The issue has caused a row in New York, where a United Nations committee has threatened to take the issue of tough new parking rules to the General Assembly. The city estimates that diplomats owe a total of $5.4m (pounds 3.3m) in parking fines.
New York's Mayor, Rudolph Giuliani, has introduced new regulations which allow towing of foreign diplomats' cars parked illegally and removal of their licence plates if they fail to pay tickets within a year. A special police "hot line" is being set up so that vehicles using spots for which they have no authorisation could be towed away. Opponents claim the plan is a violation of diplomatic immunity under international law.
"Diplomatic immunity is like virginity," said Jose Eduardo Martins Felicio, of Brazil. "Either you have it or you have not. I have not seen a half- virgin."
During Monday's committee session, a French diplomat, Hubert Legal, said that New York City "isn't the only place to put the UN as a headquarters". Nicholas Burns, a State Department spokesman, called Mr Legal's remarks "perfectly ridiculous" and expressed irritation with the foreign delegations which ignore parking laws.
"There's one delegation that has five cars and [had] 1,200 parking tickets in 1996," Mr Burns said. He urged these delegations to "stop this diplomatic whining about parking tickets. They ought to pay them and first and foremost they ought to obey our laws".
Like their counterparts in New York, the 5,000 foreign diplomats and their 6,000 dependents living in London, plus 5,000 officers and dependents working for international organisations, are all entitled to varying degrees of diplomatic immunity and diplomatic privileges. These are all designed to enable them to do their jobs effectively - to guarantee the smooth conduct of business and preserve the secrecy of diplomatic communications. Most do not abuse those privileges.
Some do, however. During 1995, 28 serious offences were committed by people entitled to diplomatic immunity. Most of the offences involved drink-driving and shoplifting. But only five diplomats or members of their families were withdrawn from their posts as a result of these alleged offences.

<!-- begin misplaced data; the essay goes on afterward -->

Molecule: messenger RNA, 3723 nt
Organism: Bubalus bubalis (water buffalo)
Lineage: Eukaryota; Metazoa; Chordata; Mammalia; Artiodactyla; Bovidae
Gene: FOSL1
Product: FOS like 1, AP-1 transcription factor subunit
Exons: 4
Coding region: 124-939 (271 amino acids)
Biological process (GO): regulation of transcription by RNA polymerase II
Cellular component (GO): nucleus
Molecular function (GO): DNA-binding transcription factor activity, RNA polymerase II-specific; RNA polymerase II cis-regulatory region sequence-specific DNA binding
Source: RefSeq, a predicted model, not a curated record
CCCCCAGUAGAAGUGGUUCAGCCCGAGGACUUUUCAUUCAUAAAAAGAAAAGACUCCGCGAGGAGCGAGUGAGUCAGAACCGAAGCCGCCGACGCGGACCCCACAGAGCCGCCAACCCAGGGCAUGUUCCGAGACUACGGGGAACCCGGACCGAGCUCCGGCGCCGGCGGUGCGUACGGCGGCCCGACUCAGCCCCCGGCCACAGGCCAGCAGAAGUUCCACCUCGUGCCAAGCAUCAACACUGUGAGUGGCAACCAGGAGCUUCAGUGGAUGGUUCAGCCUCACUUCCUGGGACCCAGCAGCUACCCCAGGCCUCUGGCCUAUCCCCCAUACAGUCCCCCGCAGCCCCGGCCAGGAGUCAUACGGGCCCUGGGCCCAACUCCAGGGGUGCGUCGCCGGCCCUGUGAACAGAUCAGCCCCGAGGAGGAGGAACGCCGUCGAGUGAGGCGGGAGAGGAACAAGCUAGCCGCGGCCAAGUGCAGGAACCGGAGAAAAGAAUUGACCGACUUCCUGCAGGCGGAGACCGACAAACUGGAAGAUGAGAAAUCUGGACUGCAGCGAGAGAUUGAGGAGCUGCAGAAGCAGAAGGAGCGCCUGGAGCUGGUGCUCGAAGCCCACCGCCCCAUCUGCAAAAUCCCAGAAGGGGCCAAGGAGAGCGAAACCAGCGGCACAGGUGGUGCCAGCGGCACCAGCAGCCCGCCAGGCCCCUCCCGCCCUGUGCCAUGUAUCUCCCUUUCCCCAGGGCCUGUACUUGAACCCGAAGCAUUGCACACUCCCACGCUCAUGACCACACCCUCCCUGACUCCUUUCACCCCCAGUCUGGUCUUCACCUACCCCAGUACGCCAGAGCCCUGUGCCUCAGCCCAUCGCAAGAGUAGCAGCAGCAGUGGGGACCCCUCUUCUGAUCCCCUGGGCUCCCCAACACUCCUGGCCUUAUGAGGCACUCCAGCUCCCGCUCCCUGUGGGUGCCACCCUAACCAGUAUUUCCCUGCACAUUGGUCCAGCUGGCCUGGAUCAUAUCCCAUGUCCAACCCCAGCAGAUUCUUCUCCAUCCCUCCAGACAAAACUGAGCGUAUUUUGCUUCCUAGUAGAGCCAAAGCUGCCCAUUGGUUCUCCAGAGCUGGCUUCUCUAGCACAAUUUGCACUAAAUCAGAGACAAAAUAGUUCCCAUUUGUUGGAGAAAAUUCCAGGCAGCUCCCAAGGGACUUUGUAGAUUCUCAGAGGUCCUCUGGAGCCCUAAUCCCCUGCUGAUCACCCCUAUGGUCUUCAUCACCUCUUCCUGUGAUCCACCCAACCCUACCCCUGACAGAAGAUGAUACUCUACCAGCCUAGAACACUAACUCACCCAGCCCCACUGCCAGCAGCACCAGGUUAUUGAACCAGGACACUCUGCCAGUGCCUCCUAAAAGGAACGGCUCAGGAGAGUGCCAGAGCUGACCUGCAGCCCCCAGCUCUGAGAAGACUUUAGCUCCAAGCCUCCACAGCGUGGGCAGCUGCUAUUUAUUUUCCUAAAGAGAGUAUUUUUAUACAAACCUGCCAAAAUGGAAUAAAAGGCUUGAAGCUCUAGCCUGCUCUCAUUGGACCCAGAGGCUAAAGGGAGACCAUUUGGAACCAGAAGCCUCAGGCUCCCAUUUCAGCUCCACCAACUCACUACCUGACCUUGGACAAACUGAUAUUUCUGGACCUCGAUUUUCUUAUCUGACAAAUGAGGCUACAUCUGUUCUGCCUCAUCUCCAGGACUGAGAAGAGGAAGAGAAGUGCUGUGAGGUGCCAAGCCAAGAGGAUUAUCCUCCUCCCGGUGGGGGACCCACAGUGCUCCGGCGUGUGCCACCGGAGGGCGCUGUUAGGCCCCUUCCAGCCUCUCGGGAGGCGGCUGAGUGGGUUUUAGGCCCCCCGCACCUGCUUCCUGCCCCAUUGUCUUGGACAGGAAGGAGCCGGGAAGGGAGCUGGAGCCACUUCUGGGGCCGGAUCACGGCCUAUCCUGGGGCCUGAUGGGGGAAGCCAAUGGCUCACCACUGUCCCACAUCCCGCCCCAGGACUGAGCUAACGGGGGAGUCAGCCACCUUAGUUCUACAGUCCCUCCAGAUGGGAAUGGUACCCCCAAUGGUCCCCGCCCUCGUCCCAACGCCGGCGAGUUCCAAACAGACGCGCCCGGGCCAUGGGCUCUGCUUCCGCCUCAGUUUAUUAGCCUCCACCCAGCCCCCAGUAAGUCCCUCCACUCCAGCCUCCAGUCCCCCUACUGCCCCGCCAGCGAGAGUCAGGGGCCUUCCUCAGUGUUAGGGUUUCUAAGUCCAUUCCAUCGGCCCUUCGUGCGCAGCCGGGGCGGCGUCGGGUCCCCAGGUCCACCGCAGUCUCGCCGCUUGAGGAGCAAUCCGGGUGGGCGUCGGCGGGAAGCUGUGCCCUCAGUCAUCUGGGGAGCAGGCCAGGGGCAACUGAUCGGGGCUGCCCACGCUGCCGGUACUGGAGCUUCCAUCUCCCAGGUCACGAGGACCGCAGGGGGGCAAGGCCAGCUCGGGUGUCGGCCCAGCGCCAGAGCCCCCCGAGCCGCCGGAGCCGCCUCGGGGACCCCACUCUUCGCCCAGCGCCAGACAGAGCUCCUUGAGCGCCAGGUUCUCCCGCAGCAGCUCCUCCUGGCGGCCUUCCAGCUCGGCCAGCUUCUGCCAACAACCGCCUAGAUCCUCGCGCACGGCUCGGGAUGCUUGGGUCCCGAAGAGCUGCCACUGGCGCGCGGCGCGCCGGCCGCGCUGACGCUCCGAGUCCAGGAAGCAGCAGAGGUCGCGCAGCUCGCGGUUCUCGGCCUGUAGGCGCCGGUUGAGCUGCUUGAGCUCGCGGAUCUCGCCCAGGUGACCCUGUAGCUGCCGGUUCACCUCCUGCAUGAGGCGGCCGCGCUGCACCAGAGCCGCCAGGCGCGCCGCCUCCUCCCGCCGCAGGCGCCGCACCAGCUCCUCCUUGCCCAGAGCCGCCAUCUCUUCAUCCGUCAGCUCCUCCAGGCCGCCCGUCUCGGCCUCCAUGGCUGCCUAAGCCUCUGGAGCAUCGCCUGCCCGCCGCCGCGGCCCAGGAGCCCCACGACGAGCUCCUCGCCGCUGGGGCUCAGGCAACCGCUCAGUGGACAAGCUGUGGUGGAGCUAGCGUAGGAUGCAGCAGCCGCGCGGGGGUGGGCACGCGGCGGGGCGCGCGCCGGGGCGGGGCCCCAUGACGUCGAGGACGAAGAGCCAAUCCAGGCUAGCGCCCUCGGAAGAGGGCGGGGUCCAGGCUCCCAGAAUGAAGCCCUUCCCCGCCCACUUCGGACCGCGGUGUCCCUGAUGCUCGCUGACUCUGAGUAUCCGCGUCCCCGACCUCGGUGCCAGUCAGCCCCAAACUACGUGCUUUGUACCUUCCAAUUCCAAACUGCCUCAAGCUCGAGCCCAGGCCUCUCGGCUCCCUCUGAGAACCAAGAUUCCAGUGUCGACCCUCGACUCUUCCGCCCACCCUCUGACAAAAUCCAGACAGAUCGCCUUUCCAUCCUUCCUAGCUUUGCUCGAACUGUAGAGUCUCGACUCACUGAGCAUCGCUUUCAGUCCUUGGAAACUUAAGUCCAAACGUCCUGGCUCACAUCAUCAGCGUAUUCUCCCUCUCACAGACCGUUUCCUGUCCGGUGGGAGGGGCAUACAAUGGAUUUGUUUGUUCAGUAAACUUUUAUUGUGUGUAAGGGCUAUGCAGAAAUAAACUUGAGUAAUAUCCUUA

Parking on red or yellow lines or in residents' parking spaces, which attract varying fines - pounds 35 on average - is the most common abuse of diplomatic immunity. The latest figures revealed 1,586 unpaid parking fines during 1995. The 1996 figures will be available shortly, the Foreign Office said yesterday. At pounds 35 each these would total pounds 55,000. It is not in foreign embassies' interest to upset the locals, and most of them pay up - by April last year they had paid pounds 11,600.
The Foreign Office periodically publishes a league table. The worst offenders in 1995 were the Nigerians, with 117 tickets, followed by India with 83, Ghana with 66, Sudan with 45 and Malaysia with 32. Iran, the Russian Federation and Zimbabwe tied as a relatively law-abiding 22nd with 15 and Tanzania, Albania and the United States a law-abiding 25th with 14.
About this time each year the Foreign Office writes to all the 142 embassies and high commissions and 104 consulates general inviting them to pay off all outstanding parking fines. If the fines are not paid, the diplomats concerned can eventually be asked to leave the country.
The large numbers of diplomats cost Britain in other ways. The figure for parking fines is tiny compared with the pounds 25m of VAT refunded on goods and services to diplomats and employees of international organisations in the last year.
Tens of thousands above the law
Hundreds of thousands of people living in Europe enjoy immunity from criminal prosecution due to their diplomatic status. They include representatives of international organisations such as the European Union, as well as a broad range of aid and governmental agencies, courts and commissions, writes Adrian Hadland.
In Geneva alone, more than 50,000 people have some kind of immunity: 21,000 broadly classified as diplomats and 33,000 family members, according to a Swiss government official.
While the conferment of immunity does technically grant carte blanche to these people to ignore the laws of the host country, international conventions and standard diplomatic protocol prevent the abuse of immunity for more serious crimes.
"We expect our guests to respect our laws - that should be a standard," the Swiss official said.
In Vienna, towed diplomatic cars are returned to their owners free of charge.
"We see the advantages of having organisations like the UN in our cities rather than the disadvantages of keeping them," one Austrian government official said.Reuse content